Howard Schnellenberger forever changed the game of college football, and he doesn't get his due credit. Before Schnellenberger (BS), the head coach was God of college football, and you could build a program pretty much anywhere. Even in the middle of the desert. Frank Kush would show up with a station wagon full of starving west Pennsylvania kids just trying to get away from bleak future in mining. Later in, he learned to steal kids out of LA and Dallas to supplement, along with making sure there was no stone unturned in places like Morenci and Ajo and Florence. A coach could do that back then because there were plenty of secrets to be kept, and could be kept.
After Schnellenberger (AS), we have an oligarchy of programs with the most money, centrally located near the best recruits, supported by recruiting staffs that are the envy of corporate headhunting culture. It's a science now. And there are no secrets that can be kept. If there's an athlete in some desolate Kansas town, he's in a database somewhere and he's going to be sent a letter from someone.
Miami was about to kill their football program when Schnellenberger stepped in. He noted that Alabama was winning national championships with Florida players, many of them right out of Miami's backyard. And Schnellenberger would know. He was Bear Bryant's offensive coordinator at Alabama in the early 60s and a big-time recruiter -- he recruited Joe Namath to Alabama. He also brought with him a pro-style passing game, honed as Bob Griese's offensive coordinator during Miami's undefeated season, but that's another story.
Schnellenberger's rapid turnaround because of keeping Miami recruits home in Miami forever changed college football culture. ESPN, a new thing, made sure of it. It's the kind of inside info they knew the fans wanted. Suddenly the average fan began to become aware of Dade County recruiting. Then they became aware of SoCal, east Texas, Ohio, etc. People everywhere started to learn about how Penn State thrived on recruiting New Jersey. Kids of Louisiana dockworkers were no longer looking for opportunity wherever they could get it -- every school in the country knew who they were and wanted them to come to their school.
This is a different game now than when I first started following. And ASU is much less of a sleeping giant. Why? Because:
- They don't have a built-in home-state recruiting advantage, partially because it's still not big enough, and partially because you have to large athletic programs feeding on it. Compare that to, say, LSU, where they're the alpha dog in a state with comparable (or often better) talent, and you get a different picture.
- That weather advantage I often hear about? It's an awesome sales pitch to a kid in Chicago, who would love nothing more than a free trip to Tempe while he makes his college plans for Notre Dame, where his family can still come see him play. It's actually a DISadvantage within the region ASU needs to make a pitch, like San Diego or LA County, where they see us as slightly crazy for wanting to live here.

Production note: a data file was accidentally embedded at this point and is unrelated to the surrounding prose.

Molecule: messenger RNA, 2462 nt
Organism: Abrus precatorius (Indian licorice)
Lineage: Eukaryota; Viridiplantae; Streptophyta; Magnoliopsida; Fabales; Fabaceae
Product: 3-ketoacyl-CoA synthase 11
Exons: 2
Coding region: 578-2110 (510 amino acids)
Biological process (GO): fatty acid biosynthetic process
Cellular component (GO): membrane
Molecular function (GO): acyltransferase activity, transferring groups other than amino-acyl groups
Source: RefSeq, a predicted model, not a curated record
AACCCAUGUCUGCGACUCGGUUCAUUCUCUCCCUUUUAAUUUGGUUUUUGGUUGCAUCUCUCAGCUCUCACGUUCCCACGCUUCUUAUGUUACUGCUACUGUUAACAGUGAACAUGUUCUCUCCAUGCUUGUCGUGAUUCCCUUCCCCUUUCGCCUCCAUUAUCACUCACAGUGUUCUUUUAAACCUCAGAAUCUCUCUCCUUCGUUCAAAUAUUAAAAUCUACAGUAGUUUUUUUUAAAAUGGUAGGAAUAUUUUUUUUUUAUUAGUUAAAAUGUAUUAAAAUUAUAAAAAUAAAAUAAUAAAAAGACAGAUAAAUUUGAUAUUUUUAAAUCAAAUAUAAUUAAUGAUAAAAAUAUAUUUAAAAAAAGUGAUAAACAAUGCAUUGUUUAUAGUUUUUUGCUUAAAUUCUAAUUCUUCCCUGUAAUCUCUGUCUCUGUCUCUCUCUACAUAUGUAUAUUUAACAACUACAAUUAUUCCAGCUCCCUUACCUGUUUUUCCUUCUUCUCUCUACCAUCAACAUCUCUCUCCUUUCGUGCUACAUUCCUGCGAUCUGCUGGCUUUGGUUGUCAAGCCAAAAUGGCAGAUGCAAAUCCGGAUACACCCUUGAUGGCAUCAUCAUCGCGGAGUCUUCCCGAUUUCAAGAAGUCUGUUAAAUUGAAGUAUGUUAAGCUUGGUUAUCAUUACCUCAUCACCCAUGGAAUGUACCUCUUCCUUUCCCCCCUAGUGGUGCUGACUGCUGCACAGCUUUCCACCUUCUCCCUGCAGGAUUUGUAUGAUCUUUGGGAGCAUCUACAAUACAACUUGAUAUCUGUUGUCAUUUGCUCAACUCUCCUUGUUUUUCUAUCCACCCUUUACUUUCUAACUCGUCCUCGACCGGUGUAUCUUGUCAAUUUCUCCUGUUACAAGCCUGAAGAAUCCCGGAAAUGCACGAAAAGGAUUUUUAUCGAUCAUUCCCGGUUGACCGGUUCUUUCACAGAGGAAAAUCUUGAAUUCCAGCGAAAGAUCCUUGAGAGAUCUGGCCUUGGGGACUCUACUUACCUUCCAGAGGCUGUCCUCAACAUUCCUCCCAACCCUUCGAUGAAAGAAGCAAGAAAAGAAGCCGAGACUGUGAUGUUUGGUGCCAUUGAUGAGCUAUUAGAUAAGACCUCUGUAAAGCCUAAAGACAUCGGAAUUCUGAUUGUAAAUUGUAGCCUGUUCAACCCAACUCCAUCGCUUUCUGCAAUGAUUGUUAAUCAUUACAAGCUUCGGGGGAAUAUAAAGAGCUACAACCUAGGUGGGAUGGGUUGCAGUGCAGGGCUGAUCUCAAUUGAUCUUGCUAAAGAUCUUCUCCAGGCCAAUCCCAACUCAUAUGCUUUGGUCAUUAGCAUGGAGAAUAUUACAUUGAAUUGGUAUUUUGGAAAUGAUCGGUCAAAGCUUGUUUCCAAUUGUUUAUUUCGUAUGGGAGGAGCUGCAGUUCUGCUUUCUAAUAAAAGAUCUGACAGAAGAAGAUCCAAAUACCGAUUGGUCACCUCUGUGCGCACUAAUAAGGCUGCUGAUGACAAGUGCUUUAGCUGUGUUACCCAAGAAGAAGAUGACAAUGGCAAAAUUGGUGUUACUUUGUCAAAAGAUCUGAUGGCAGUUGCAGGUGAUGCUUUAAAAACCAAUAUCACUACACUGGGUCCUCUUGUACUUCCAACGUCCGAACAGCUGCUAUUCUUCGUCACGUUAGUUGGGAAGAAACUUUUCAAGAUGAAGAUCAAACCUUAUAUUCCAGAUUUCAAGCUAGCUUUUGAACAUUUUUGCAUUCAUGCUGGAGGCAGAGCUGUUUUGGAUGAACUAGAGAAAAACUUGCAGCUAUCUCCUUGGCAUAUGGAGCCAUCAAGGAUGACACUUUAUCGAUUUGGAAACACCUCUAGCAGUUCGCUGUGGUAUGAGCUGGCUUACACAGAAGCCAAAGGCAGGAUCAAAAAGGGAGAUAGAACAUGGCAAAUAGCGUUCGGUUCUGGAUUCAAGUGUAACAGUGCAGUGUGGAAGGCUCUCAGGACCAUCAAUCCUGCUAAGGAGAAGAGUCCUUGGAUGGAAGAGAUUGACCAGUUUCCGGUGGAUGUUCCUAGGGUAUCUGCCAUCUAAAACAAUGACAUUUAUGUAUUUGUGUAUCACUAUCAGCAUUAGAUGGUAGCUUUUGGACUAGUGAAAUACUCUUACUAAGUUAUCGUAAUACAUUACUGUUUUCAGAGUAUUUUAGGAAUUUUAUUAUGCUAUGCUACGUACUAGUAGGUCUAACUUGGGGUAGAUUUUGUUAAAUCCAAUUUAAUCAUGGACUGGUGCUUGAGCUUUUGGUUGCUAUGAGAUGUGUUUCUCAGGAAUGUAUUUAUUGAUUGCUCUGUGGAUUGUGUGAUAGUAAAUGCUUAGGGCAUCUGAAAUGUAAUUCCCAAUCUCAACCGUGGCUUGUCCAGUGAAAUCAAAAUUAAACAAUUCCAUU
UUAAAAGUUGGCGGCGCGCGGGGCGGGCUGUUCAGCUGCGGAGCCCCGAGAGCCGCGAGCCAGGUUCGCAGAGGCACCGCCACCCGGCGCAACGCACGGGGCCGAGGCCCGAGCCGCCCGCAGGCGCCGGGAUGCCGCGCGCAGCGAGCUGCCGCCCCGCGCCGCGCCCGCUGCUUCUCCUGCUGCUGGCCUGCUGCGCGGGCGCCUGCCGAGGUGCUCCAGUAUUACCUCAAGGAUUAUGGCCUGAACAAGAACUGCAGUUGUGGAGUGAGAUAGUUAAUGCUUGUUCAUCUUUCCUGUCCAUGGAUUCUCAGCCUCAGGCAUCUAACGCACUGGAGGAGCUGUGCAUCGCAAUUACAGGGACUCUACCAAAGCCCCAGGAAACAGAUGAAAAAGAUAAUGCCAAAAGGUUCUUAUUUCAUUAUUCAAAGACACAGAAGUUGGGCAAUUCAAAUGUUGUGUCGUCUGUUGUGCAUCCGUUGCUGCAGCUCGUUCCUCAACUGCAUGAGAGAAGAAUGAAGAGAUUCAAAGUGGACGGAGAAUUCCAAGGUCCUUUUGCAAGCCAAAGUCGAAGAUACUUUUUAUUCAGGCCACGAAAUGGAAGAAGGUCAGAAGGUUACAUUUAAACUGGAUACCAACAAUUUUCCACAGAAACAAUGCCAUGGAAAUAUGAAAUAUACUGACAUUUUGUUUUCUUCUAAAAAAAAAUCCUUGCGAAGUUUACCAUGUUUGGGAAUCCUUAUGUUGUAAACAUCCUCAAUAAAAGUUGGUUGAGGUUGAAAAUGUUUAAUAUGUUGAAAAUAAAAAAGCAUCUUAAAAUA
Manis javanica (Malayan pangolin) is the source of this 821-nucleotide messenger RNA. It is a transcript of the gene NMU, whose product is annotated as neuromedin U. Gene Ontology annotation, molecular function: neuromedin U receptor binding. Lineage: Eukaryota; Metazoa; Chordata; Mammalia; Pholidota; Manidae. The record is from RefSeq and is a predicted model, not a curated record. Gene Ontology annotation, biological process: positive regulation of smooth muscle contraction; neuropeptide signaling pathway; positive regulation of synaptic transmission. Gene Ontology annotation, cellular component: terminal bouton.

- The name ASU built in the 70s and 80s is completely washed away. Think about this: The kids ASU is recruiting right now were born in 1994. They were 3 years old when Jake Plummer was leading ASU to the Rose Bowl. They have no idea who Danny White or Frank Kush is. There are likely only three things they know about ASU football right now: They have cool new uniforms, the girls are unbelievably hot, and Dennis Erickson just got fired.
ASU has to start over. Right now, it's name is on-par with mid-majors. It's a secondary or tertiary thought on the minds of the kids they need to steal from SoCal to get the program even close to where we want it to be. There are no built-in advantages to ASU other than MAYBE facilities, where it enjoys some status for the next few years.
Here's something else to think about: ASU is offering what has become the middling price for a head coach, about $2.5. That's pretty much mid-major money for a head coach. Sure, it's still probably in better half of all salaries, but not if you consider what it would take, say, Washington to replace their coach right now. If they wanted Sarkisian right now, they would have shelled out about $3.5 million. We are not even in the same area code as the Top 20 programs. That's the cost of doing business, and we're not capitalized well enough to expand into that kind of competition.
ASU has to go young, even if it means hiring a coordinator. That's what ASU can afford, and it's what it really needs, because this program is starting over. We can pretend it's still 1984 and ASU really is a sleeping giant. Or we can really look long and hard at reality and accept the failure started about 30 years ago, and we've merely been repeating that failed history over and over ever since.
It's time to do something new and bold.